I suppose I began, like most people, reading one book at a time. I remember a time, maybe Grade 11 or Grade 12, when I was torn between reading new books and re-reading books that I loved. In particular, I was reading a lot of fat fantasy at the time, and so I had to decide between the latest Eddings, Feist, Donaldson etc, and re-reading their previous books. And I had to decide between the page-turning ephemerality of Eddings, and the more emotionally satisfying but more exhausting Donaldson. It was a quandary. So instead, I decided not to decide.

I piled up all the books I wanted to read, and started reading them all at once, chapter by chapter. It was kind of fun. I think I realised that something was lost by doing this; a cohesiveness, maybe, a momentum. But something else was gained; variety, multiplicity of voices, and a sense of comparison. I think I had about fourteen books in the stack, and I would progress through them in this way until they were done.

Anyway, that was kind of fun, but also kind of difficult, because it meant it took a lot longer to finish a book. And it made travel harder; I had to take fourteen books with me if I went away!

When I moved to Toowoomba for Uni, the book stack came with me, in a cardboard box that I kept under my bed, pulling the books out in order to read them.

Reading for fun fell away a bit during Uni, replaced by Course reading and socialising. For a few years the only real fiction I read were Doctor Who books, in between course reading.

Then as I finished my Undergrad I pulled out my book stacks and got back into them. They were a bit more massive now. My reading pile was two teetering towers of books in the study, and I would have to bring them out in groups of three or five, because otherwise they would have covered the lounge room. I started to realise this was impractical; there were times when by the time I got to the next chapter of a book I had completely forgotten what had happened the last time I was reading it, about two weeks previously.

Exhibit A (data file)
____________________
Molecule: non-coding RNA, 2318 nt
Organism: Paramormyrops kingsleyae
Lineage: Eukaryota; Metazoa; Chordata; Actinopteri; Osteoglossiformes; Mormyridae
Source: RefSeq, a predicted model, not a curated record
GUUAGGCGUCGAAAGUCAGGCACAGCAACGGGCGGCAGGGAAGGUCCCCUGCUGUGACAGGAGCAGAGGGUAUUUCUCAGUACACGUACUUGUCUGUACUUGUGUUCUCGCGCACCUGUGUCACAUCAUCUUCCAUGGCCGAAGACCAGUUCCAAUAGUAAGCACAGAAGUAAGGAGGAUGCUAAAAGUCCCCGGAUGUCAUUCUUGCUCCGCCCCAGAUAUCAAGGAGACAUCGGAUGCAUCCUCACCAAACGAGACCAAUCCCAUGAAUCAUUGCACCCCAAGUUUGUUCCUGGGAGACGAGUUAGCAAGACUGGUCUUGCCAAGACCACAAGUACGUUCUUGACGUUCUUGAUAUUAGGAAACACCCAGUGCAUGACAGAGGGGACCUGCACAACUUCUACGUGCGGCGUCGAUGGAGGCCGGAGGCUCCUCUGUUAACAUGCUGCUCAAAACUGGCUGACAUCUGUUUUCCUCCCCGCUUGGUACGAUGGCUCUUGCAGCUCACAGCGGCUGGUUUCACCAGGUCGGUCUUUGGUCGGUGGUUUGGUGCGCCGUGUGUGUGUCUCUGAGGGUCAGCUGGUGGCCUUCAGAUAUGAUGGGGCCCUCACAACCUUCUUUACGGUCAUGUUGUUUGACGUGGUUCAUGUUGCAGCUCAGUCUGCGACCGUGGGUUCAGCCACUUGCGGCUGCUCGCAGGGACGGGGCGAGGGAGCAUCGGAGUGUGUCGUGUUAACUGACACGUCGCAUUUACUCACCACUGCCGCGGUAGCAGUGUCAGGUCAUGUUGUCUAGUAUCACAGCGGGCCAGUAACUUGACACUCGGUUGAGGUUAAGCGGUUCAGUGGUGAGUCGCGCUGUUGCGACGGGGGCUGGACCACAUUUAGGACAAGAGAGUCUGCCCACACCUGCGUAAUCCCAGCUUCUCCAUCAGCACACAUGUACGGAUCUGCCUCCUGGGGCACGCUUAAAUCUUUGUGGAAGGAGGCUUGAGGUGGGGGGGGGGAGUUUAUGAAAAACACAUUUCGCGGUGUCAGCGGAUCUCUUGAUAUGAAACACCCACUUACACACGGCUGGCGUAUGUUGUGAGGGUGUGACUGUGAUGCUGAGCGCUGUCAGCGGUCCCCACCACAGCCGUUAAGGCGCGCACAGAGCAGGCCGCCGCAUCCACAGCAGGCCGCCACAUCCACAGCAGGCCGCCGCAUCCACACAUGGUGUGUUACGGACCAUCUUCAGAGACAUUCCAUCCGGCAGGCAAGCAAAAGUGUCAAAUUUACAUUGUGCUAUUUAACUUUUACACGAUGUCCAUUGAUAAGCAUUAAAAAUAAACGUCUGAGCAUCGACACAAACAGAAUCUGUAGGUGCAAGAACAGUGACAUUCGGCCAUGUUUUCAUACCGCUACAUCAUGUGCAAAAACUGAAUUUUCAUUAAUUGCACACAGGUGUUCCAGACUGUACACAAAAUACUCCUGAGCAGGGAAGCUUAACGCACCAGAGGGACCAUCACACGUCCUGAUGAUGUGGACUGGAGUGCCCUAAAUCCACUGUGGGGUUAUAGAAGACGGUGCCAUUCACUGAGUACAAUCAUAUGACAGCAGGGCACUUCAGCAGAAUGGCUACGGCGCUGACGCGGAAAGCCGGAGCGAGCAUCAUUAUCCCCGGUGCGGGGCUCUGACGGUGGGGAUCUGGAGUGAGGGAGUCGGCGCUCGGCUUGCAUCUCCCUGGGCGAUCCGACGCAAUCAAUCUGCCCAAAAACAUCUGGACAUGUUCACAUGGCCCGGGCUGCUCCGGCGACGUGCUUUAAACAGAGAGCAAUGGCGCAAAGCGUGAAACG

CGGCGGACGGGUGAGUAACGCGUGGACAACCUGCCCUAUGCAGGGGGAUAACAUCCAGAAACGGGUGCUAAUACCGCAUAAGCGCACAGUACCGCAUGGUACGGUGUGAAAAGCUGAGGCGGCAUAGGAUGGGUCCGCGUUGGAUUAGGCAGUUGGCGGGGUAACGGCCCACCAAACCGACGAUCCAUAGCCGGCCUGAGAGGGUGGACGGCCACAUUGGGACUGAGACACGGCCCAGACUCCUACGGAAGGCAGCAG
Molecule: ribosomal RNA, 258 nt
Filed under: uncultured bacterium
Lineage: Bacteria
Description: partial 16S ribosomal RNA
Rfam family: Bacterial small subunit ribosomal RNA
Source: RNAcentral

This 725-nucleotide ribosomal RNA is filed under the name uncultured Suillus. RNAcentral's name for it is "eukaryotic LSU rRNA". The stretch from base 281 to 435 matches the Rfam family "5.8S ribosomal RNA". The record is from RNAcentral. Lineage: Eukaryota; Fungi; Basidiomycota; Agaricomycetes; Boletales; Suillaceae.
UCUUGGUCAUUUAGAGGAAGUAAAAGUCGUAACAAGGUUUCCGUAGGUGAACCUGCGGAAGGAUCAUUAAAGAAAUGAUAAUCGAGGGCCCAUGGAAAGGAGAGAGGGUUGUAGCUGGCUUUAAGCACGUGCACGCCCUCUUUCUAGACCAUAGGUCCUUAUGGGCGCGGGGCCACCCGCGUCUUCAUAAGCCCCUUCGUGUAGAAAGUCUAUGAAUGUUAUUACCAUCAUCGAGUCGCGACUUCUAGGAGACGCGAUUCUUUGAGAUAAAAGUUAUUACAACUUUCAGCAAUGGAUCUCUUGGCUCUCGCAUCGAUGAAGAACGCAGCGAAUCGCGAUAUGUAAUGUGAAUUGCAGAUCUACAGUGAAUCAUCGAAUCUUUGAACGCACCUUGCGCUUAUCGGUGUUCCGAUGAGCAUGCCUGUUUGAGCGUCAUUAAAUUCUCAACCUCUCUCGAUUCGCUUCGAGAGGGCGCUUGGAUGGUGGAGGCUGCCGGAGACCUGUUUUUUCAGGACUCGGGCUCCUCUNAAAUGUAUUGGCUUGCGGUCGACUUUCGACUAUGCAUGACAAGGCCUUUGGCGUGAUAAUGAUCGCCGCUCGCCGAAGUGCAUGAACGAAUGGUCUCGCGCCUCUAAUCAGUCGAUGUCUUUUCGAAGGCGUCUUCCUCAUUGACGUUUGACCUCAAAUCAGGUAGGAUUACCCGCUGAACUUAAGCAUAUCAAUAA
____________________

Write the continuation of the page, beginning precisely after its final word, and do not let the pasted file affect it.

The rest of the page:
After Uni finished I started Last Short Story with Alisa, Alex and Tansy, and set about trying to read every short story published in the calendar year. This ended up being about 3000 short stories and was pretty much physically and mentally exhausting. It was a great experience, in a lot of ways, and I don’t regret it, but it burned me out for a while, and although I continued with the LSS project for a while afterward, the burnout hit us all eventually.

When I left Last Short Story I was not in great mental shape; I think I was going through a period of bad depression, and I pretty much threw myself into reading in what, looking back, I can see was probably an unhealthy way. I was overwhelmed by how much there was to read. How many books I had collected. How many I *still* hadn’t finished. How many could I ever hope to finish? I was mad, I felt cheated, I had to read faster, dammit. I created a spreadsheet, I mapped out my current reading list, and I calculated how many pages each book contained, how much I’d read, how much remained, how many pages I needed to read per month, per week, per day, to finish them all.